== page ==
The Consumer Financial Protection Bureau ("CFPB") is developing policies and procedures to begin its work, and it has begun planning targeted examinations of banks and nonbanks. Attention has already been focused on the issue of what information the CFPB has a right to request thanks to a bulletin issued by its General Counsel ("Bulletin").

The Bulletin asserts that supervised institutions are required to provide all documents and information that are responsive to a proper request. "All documents" may include privileged information protected by the attorney-client privilege. While such documents may contain a roadmap that the agency would want to have to shortcut its investigation, providing such informa-tion to an agency could (i) jeopardize defense of the case, and (ii) waive the institution's ability to protect against disclosure of such documents to third parties. That, of course, is a significant problem where there are risks of third-party litigation and other collateral actions that may occur.

Based on a 1991 Office of the Comptroller of the Currency ("OCC") interpretative letter, and a 1996 federal district court opinion holding that the disclosure of privileged documents to the Farm Credit Administration requested under its exami-nation authority was not voluntary and therefore did not waive the attorney-client privilege, the Bulletin concludes that the provision of privileged information to the CFPB would not constitute a waiver that would make it accessible by third parties. The Bulletin also concludes that the CFPB would therefore not consider waiver concerns to be a valid basis for a supervised institution to withhold privileged information in response to a proper request. The agency did indicate that it would request privileged information only when it determines that such information is material to its supervisory objectives and it cannot practicably obtain the same information from non-privileged sources.

Whether the provision of privileged documents to bank regulators would result in a waiver of the privilege has long been an issue. In 2006, Congress finally amended the Federal Deposit Insurance Act to provide in Section 1828(x) that the submission of information to a Federal banking authority, state bank supervisor or foreign banking authority in the course of any supervisory or regulatory process would not waive or otherwise affect any privilege that otherwise existed. While Section 1828(x) protects an institution from a waiver claim by a third party that could result in disclosure of privileged materials, it does not explicitly require an institution to produce any privileged material to a Federal banking authority. That is significant since the U.S. Court of Appeals for the Ninth Circuit, in a 1992 ruling in Clarke v. American Commerce National Bank, refused to enforce an OCC administrative subpoena to a national bank to the extent that the Court found that the subpoena sought billing record information that, if disclosed to the OCC, would have revealed attorney-client privileged information (specifically, litigation strategy). The issue of whether Section 1828(x) gives the covered agencies authority to demand the production of privileged materials under their examination powers has not been determined by the courts.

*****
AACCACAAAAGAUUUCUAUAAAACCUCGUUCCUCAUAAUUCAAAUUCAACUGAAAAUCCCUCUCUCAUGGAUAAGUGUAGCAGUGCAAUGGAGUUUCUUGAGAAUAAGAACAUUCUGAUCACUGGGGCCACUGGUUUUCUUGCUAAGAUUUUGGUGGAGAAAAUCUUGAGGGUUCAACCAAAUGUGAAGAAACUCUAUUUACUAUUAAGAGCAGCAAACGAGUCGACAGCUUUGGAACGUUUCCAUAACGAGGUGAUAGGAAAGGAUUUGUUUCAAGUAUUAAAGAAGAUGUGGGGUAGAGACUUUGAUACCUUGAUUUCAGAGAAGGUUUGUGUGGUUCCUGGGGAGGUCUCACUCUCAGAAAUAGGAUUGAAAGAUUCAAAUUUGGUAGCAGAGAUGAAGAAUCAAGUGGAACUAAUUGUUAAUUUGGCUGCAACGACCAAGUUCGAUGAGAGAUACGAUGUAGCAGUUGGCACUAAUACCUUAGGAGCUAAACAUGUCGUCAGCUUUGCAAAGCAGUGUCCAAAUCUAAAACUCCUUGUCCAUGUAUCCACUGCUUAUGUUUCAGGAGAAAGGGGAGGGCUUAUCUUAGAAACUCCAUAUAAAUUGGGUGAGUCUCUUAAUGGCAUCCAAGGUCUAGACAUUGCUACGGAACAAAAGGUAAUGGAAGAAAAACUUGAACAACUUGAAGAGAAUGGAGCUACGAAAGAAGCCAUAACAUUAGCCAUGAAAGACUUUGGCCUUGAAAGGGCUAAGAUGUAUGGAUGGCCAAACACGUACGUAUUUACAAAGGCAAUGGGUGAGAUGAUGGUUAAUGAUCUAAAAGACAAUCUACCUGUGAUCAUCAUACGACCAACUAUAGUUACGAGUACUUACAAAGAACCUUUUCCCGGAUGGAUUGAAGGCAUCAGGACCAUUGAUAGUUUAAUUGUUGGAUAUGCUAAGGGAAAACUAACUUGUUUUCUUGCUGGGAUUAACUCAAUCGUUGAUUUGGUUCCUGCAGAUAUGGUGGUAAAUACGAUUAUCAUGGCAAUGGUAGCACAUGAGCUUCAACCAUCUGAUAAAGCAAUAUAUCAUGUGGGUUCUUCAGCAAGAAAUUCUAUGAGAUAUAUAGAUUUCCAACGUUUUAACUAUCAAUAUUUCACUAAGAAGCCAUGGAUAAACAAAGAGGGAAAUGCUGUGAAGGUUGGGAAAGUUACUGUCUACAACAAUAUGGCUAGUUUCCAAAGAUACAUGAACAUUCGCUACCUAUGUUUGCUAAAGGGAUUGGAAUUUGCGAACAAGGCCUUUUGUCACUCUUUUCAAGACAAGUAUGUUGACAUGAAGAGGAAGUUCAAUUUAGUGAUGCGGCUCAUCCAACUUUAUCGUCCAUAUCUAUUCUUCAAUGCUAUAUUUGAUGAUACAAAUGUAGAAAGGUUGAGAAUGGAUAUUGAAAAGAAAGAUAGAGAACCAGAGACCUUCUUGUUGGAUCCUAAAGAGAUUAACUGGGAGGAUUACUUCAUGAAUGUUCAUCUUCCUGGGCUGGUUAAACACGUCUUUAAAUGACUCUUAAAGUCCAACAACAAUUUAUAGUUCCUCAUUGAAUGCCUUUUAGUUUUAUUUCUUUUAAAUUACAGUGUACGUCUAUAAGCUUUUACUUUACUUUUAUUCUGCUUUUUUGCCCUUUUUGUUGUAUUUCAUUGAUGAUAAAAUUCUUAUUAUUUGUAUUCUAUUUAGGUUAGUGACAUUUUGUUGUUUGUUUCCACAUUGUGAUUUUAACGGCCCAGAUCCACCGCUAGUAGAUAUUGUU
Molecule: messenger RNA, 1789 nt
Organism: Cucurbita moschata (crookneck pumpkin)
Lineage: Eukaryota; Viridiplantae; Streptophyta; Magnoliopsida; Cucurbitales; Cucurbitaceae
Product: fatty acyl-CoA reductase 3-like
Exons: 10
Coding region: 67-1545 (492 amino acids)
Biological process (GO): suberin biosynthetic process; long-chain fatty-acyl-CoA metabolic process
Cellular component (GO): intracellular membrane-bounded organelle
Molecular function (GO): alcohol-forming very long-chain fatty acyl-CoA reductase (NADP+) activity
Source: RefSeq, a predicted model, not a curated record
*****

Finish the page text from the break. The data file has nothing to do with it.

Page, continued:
The Bulletin contends that Section 1828(x) is applicable to the CFPB because the agency was granted all the powers and duties of the federal prudential regulators with respect to federal consumer law. However, the Bulletin does not address the fact that Congress in the Dodd-Frank Act amended the definition of a "Federal banking authority" to delete its reference to the Office of Thrift Supervision, but did not add the CFPB to the definition. Legislation has now been introduced in the House of Representatives and the Senate to address this issue by affording the same protection to the institu-tions that provide privileged information to the CFPB as is granted by Section 1828(x). But, as suggested above, this will address only one aspect of the problem. When such requests are made by regulators, companies should seek counsel on the many factors that may impact them, including:

  • the approach taken by the agency;
  • the existence of multiple proceedings in state and federal jurisdictions which may be impacted;
  • the practical implications of providing or not providing the information;
  • the extent to which information provided may be shared with other state or federal regulators or governmental authorities that may not be covered by any applicable protective language;
  • the impact that a parallel criminal proceeding may have on the issues involved in providing materials to agencies with civil authority; and
  • alternatives through which an agency may obtain, review and protect information.

We can expect that the CFPB and its supervised institutions will resolve these issues so that the infrequent instances when they arise will not adversely impact the overall relationships between them. It will take creativity and compromise by all parties to achieve that result.

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